Patch-clamp recording in isolated retinal cells: To perform the experiments of patch-clamp in isolated cells is necessary to kill one mouse par day and it was not possible until now because we had not enough number of mutant and transgenic mice. Nowadays we have got a sufficient quantity of mice to perform a rational study. However, we have already notice that the mutant mice mdx seems to have a GABAergic problem at the amacrine cells level.

Optokinetic reflex: With this test we have already notice that the mdx3cv mutants have an impairment of the "visual acuity" statistically significant (n = 6; p< 0,05) in scotopic conditions and compared with a control group of littermates that have obviously the same genetic background. In photopic condition it seems to do not exist any difference between both groups. The mutant mdx seems to have behavioural difference but not easily quantifiable. So, the "visual acuity" can be considered unchanged but the number of movement of the head are surprisingly reduced in both scotopic and photopic conditions. Always compared with a control group with the same genetic background. The Knock-Out for the Dp71 has been test but we have not already some control experiments to compare. In comparison with control mice of a different genetic background it seems to do not exist any difference in young ones but in old mice. However this transgenic mice developed a very small cataract that can justified this results.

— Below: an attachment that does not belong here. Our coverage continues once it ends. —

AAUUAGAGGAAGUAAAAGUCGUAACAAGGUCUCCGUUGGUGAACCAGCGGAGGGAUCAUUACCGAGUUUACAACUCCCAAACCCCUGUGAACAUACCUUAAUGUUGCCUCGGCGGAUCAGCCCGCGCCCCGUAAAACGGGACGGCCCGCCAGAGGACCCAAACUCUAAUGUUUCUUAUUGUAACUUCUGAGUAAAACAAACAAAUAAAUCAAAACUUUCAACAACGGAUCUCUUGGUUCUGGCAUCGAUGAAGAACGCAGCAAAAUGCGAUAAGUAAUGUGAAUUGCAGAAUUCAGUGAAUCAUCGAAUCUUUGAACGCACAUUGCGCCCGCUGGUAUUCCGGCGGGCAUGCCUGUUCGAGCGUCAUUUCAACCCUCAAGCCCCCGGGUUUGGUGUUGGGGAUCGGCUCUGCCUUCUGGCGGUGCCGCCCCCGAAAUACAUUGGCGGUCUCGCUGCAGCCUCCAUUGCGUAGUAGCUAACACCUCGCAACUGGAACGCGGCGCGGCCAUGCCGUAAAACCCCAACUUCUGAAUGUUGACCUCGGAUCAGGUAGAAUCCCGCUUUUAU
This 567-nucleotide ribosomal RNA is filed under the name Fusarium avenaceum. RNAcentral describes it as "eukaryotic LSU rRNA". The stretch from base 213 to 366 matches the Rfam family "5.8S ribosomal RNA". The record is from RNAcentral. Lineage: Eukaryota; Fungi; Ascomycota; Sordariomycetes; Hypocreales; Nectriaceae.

Different molecules including ionic channel blockers were shown to limit rod photoreceptor degeneration in different animal models of retinitis pigmentosa. To further understand the molecular mechanisms of this neuroprotection, it became crucial to develop a preparation allowing to record mammalian rod photoreceptors with the patch clamp technique. The photoreceptor physiology was indeed mainly investigated in low vertebrate species which have large photoreceptor cells easily recordable. We have here developed a preparation from the pig retina allowing stable recording from rod photoreceptors with the patch clamp technique. Rod physiological features and the effect of some calcium channels were investigated on this preparation. Rod cells expressed:

(1) a hyperpolarization-activated inward-rectifying conductance [Ih] sensitive to external Cs+,
(2) a sustained outward K+ current [IK] sensitive to tetraethylammonium,
(3) a sustained voltage-gated Ca2+ current [ICa] sensitive to benzothiazepine (diltiazem) and phenylalkylamine (verapamil) derivatives,
(4) a Ca2+-activated Cl- current [ICl(Ca)],
(5) a plasma membrane Ca2+-ATPase.

By contrast to other L-type Ca2+ channels, rod Ca2+ channels were blocked at relatively high concentrations by the diltiazem isomers and verapamil. The Ca2+-ATPase, which was localized at the axon terminal, was found to contribute to Ca2+ extrusion. These results indicated that rod physiological features were preserved during evolution. They showed further that rod neuroprotection by ionic channel blockers could be attributed to the block of cGMP-gated channels rather than that of Ca2+ channels.